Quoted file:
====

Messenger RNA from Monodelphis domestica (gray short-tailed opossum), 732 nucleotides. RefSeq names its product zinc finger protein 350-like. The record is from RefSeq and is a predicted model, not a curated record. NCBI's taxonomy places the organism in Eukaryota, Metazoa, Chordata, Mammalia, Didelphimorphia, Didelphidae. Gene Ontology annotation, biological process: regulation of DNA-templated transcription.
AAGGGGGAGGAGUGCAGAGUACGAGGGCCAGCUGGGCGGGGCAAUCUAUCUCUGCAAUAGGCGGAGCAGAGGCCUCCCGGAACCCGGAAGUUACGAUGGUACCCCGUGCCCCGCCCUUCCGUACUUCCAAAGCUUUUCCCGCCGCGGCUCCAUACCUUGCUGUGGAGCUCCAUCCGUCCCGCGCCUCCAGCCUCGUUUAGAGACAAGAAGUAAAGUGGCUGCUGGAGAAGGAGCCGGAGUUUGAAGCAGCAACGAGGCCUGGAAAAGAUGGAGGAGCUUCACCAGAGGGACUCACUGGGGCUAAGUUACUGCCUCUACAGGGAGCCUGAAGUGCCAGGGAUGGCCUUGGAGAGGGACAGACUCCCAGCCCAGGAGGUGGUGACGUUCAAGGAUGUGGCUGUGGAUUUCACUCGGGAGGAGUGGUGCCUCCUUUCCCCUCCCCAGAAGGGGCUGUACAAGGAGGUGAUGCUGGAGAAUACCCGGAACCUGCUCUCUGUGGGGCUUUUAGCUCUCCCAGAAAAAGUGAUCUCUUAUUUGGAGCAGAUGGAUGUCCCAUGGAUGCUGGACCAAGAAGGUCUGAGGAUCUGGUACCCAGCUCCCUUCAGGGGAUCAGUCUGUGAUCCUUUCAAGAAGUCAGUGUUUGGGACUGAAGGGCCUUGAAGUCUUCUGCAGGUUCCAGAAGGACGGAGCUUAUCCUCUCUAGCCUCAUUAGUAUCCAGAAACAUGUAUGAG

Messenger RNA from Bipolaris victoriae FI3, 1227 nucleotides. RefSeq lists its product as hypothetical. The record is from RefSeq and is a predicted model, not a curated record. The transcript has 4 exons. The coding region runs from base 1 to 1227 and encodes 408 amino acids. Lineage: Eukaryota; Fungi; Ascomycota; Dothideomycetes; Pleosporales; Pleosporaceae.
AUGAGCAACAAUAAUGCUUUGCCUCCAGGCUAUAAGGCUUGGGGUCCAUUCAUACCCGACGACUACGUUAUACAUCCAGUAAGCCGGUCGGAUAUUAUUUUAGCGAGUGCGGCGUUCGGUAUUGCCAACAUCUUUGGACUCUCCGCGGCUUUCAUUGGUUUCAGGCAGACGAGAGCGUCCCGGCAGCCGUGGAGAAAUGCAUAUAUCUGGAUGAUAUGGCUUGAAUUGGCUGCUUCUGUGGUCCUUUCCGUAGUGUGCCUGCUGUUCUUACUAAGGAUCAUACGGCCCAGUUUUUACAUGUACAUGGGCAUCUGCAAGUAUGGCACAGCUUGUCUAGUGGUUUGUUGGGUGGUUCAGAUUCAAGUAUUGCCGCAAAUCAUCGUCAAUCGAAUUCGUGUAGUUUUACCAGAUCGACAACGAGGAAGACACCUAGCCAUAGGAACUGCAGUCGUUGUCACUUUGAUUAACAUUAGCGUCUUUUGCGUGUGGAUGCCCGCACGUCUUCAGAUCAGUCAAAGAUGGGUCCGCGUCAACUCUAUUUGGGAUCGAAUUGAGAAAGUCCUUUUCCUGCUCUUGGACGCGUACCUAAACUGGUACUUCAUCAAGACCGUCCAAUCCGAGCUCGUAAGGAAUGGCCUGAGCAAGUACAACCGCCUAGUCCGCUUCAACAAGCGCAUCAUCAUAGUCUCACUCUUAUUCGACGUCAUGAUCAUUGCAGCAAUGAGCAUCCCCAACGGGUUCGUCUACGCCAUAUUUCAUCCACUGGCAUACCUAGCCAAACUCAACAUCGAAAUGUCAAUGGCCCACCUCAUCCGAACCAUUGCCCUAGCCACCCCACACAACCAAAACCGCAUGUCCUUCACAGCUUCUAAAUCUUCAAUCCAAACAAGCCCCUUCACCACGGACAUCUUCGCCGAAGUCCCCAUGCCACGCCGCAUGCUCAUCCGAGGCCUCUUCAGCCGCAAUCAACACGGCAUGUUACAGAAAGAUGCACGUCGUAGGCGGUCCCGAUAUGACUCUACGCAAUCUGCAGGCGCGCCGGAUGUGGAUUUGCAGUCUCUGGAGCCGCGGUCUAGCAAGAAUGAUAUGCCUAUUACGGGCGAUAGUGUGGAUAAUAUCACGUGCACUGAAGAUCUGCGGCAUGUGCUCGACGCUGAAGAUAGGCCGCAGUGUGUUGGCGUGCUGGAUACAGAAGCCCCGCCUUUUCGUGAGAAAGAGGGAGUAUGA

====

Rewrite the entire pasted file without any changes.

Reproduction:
Messenger RNA from Monodelphis domestica (gray short-tailed opossum), 732 nucleotides. RefSeq names its product zinc finger protein 350-like. The record is from RefSeq and is a predicted model, not a curated record. NCBI's taxonomy places the organism in Eukaryota, Metazoa, Chordata, Mammalia, Didelphimorphia, Didelphidae. Gene Ontology annotation, biological process: regulation of DNA-templated transcription.
AAGGGGGAGGAGUGCAGAGUACGAGGGCCAGCUGGGCGGGGCAAUCUAUCUCUGCAAUAGGCGGAGCAGAGGCCUCCCGGAACCCGGAAGUUACGAUGGUACCCCGUGCCCCGCCCUUCCGUACUUCCAAAGCUUUUCCCGCCGCGGCUCCAUACCUUGCUGUGGAGCUCCAUCCGUCCCGCGCCUCCAGCCUCGUUUAGAGACAAGAAGUAAAGUGGCUGCUGGAGAAGGAGCCGGAGUUUGAAGCAGCAACGAGGCCUGGAAAAGAUGGAGGAGCUUCACCAGAGGGACUCACUGGGGCUAAGUUACUGCCUCUACAGGGAGCCUGAAGUGCCAGGGAUGGCCUUGGAGAGGGACAGACUCCCAGCCCAGGAGGUGGUGACGUUCAAGGAUGUGGCUGUGGAUUUCACUCGGGAGGAGUGGUGCCUCCUUUCCCCUCCCCAGAAGGGGCUGUACAAGGAGGUGAUGCUGGAGAAUACCCGGAACCUGCUCUCUGUGGGGCUUUUAGCUCUCCCAGAAAAAGUGAUCUCUUAUUUGGAGCAGAUGGAUGUCCCAUGGAUGCUGGACCAAGAAGGUCUGAGGAUCUGGUACCCAGCUCCCUUCAGGGGAUCAGUCUGUGAUCCUUUCAAGAAGUCAGUGUUUGGGACUGAAGGGCCUUGAAGUCUUCUGCAGGUUCCAGAAGGACGGAGCUUAUCCUCUCUAGCCUCAUUAGUAUCCAGAAACAUGUAUGAG

Messenger RNA from Bipolaris victoriae FI3, 1227 nucleotides. RefSeq lists its product as hypothetical. The record is from RefSeq and is a predicted model, not a curated record. The transcript has 4 exons. The coding region runs from base 1 to 1227 and encodes 408 amino acids. Lineage: Eukaryota; Fungi; Ascomycota; Dothideomycetes; Pleosporales; Pleosporaceae.
AUGAGCAACAAUAAUGCUUUGCCUCCAGGCUAUAAGGCUUGGGGUCCAUUCAUACCCGACGACUACGUUAUACAUCCAGUAAGCCGGUCGGAUAUUAUUUUAGCGAGUGCGGCGUUCGGUAUUGCCAACAUCUUUGGACUCUCCGCGGCUUUCAUUGGUUUCAGGCAGACGAGAGCGUCCCGGCAGCCGUGGAGAAAUGCAUAUAUCUGGAUGAUAUGGCUUGAAUUGGCUGCUUCUGUGGUCCUUUCCGUAGUGUGCCUGCUGUUCUUACUAAGGAUCAUACGGCCCAGUUUUUACAUGUACAUGGGCAUCUGCAAGUAUGGCACAGCUUGUCUAGUGGUUUGUUGGGUGGUUCAGAUUCAAGUAUUGCCGCAAAUCAUCGUCAAUCGAAUUCGUGUAGUUUUACCAGAUCGACAACGAGGAAGACACCUAGCCAUAGGAACUGCAGUCGUUGUCACUUUGAUUAACAUUAGCGUCUUUUGCGUGUGGAUGCCCGCACGUCUUCAGAUCAGUCAAAGAUGGGUCCGCGUCAACUCUAUUUGGGAUCGAAUUGAGAAAGUCCUUUUCCUGCUCUUGGACGCGUACCUAAACUGGUACUUCAUCAAGACCGUCCAAUCCGAGCUCGUAAGGAAUGGCCUGAGCAAGUACAACCGCCUAGUCCGCUUCAACAAGCGCAUCAUCAUAGUCUCACUCUUAUUCGACGUCAUGAUCAUUGCAGCAAUGAGCAUCCCCAACGGGUUCGUCUACGCCAUAUUUCAUCCACUGGCAUACCUAGCCAAACUCAACAUCGAAAUGUCAAUGGCCCACCUCAUCCGAACCAUUGCCCUAGCCACCCCACACAACCAAAACCGCAUGUCCUUCACAGCUUCUAAAUCUUCAAUCCAAACAAGCCCCUUCACCACGGACAUCUUCGCCGAAGUCCCCAUGCCACGCCGCAUGCUCAUCCGAGGCCUCUUCAGCCGCAAUCAACACGGCAUGUUACAGAAAGAUGCACGUCGUAGGCGGUCCCGAUAUGACUCUACGCAAUCUGCAGGCGCGCCGGAUGUGGAUUUGCAGUCUCUGGAGCCGCGGUCUAGCAAGAAUGAUAUGCCUAUUACGGGCGAUAGUGUGGAUAAUAUCACGUGCACUGAAGAUCUGCGGCAUGUGCUCGACGCUGAAGAUAGGCCGCAGUGUGUUGGCGUGCUGGAUACAGAAGCCCCGCCUUUUCGUGAGAAAGAGGGAGUAUGA